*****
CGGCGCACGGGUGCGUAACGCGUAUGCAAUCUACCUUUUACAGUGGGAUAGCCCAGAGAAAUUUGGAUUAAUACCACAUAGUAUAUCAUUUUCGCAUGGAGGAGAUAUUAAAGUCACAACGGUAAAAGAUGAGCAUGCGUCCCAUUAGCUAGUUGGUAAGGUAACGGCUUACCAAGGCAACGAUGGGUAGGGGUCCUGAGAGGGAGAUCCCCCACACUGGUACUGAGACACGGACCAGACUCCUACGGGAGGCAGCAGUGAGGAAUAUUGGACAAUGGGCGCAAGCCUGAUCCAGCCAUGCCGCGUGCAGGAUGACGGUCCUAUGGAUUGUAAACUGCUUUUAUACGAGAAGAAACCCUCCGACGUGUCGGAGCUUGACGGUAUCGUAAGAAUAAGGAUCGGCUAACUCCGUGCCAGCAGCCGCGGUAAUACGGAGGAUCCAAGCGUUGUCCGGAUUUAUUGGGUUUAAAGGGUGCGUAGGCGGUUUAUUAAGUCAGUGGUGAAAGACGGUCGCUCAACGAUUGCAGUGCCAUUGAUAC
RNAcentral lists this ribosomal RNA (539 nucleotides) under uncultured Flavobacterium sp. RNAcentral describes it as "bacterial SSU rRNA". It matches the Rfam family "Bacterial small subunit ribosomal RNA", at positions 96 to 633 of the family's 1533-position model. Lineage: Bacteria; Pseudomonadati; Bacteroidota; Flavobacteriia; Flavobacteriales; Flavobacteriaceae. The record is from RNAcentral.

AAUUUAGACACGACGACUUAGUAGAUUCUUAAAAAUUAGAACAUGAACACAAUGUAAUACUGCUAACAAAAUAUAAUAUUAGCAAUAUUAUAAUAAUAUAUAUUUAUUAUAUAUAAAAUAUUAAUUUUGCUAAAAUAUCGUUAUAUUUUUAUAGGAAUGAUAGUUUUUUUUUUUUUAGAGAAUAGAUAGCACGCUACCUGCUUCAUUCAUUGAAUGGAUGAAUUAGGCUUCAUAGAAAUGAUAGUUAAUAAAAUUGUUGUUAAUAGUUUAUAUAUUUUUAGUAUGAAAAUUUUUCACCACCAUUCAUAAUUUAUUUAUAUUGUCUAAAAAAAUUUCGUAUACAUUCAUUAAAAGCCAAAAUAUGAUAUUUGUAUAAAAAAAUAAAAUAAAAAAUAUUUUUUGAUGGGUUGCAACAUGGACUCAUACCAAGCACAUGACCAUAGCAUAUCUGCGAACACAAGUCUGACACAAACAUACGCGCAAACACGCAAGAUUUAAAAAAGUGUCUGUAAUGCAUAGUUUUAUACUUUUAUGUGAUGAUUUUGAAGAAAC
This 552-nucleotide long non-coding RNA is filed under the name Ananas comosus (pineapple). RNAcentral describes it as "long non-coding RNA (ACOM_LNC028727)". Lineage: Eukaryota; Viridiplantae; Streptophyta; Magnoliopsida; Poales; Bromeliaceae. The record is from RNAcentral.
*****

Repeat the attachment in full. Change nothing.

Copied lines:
CGGCGCACGGGUGCGUAACGCGUAUGCAAUCUACCUUUUACAGUGGGAUAGCCCAGAGAAAUUUGGAUUAAUACCACAUAGUAUAUCAUUUUCGCAUGGAGGAGAUAUUAAAGUCACAACGGUAAAAGAUGAGCAUGCGUCCCAUUAGCUAGUUGGUAAGGUAACGGCUUACCAAGGCAACGAUGGGUAGGGGUCCUGAGAGGGAGAUCCCCCACACUGGUACUGAGACACGGACCAGACUCCUACGGGAGGCAGCAGUGAGGAAUAUUGGACAAUGGGCGCAAGCCUGAUCCAGCCAUGCCGCGUGCAGGAUGACGGUCCUAUGGAUUGUAAACUGCUUUUAUACGAGAAGAAACCCUCCGACGUGUCGGAGCUUGACGGUAUCGUAAGAAUAAGGAUCGGCUAACUCCGUGCCAGCAGCCGCGGUAAUACGGAGGAUCCAAGCGUUGUCCGGAUUUAUUGGGUUUAAAGGGUGCGUAGGCGGUUUAUUAAGUCAGUGGUGAAAGACGGUCGCUCAACGAUUGCAGUGCCAUUGAUAC
RNAcentral lists this ribosomal RNA (539 nucleotides) under uncultured Flavobacterium sp. RNAcentral describes it as "bacterial SSU rRNA". It matches the Rfam family "Bacterial small subunit ribosomal RNA", at positions 96 to 633 of the family's 1533-position model. Lineage: Bacteria; Pseudomonadati; Bacteroidota; Flavobacteriia; Flavobacteriales; Flavobacteriaceae. The record is from RNAcentral.

AAUUUAGACACGACGACUUAGUAGAUUCUUAAAAAUUAGAACAUGAACACAAUGUAAUACUGCUAACAAAAUAUAAUAUUAGCAAUAUUAUAAUAAUAUAUAUUUAUUAUAUAUAAAAUAUUAAUUUUGCUAAAAUAUCGUUAUAUUUUUAUAGGAAUGAUAGUUUUUUUUUUUUUAGAGAAUAGAUAGCACGCUACCUGCUUCAUUCAUUGAAUGGAUGAAUUAGGCUUCAUAGAAAUGAUAGUUAAUAAAAUUGUUGUUAAUAGUUUAUAUAUUUUUAGUAUGAAAAUUUUUCACCACCAUUCAUAAUUUAUUUAUAUUGUCUAAAAAAAUUUCGUAUACAUUCAUUAAAAGCCAAAAUAUGAUAUUUGUAUAAAAAAAUAAAAUAAAAAAUAUUUUUUGAUGGGUUGCAACAUGGACUCAUACCAAGCACAUGACCAUAGCAUAUCUGCGAACACAAGUCUGACACAAACAUACGCGCAAACACGCAAGAUUUAAAAAAGUGUCUGUAAUGCAUAGUUUUAUACUUUUAUGUGAUGAUUUUGAAGAAAC
This 552-nucleotide long non-coding RNA is filed under the name Ananas comosus (pineapple). RNAcentral describes it as "long non-coding RNA (ACOM_LNC028727)". Lineage: Eukaryota; Viridiplantae; Streptophyta; Magnoliopsida; Poales; Bromeliaceae. The record is from RNAcentral.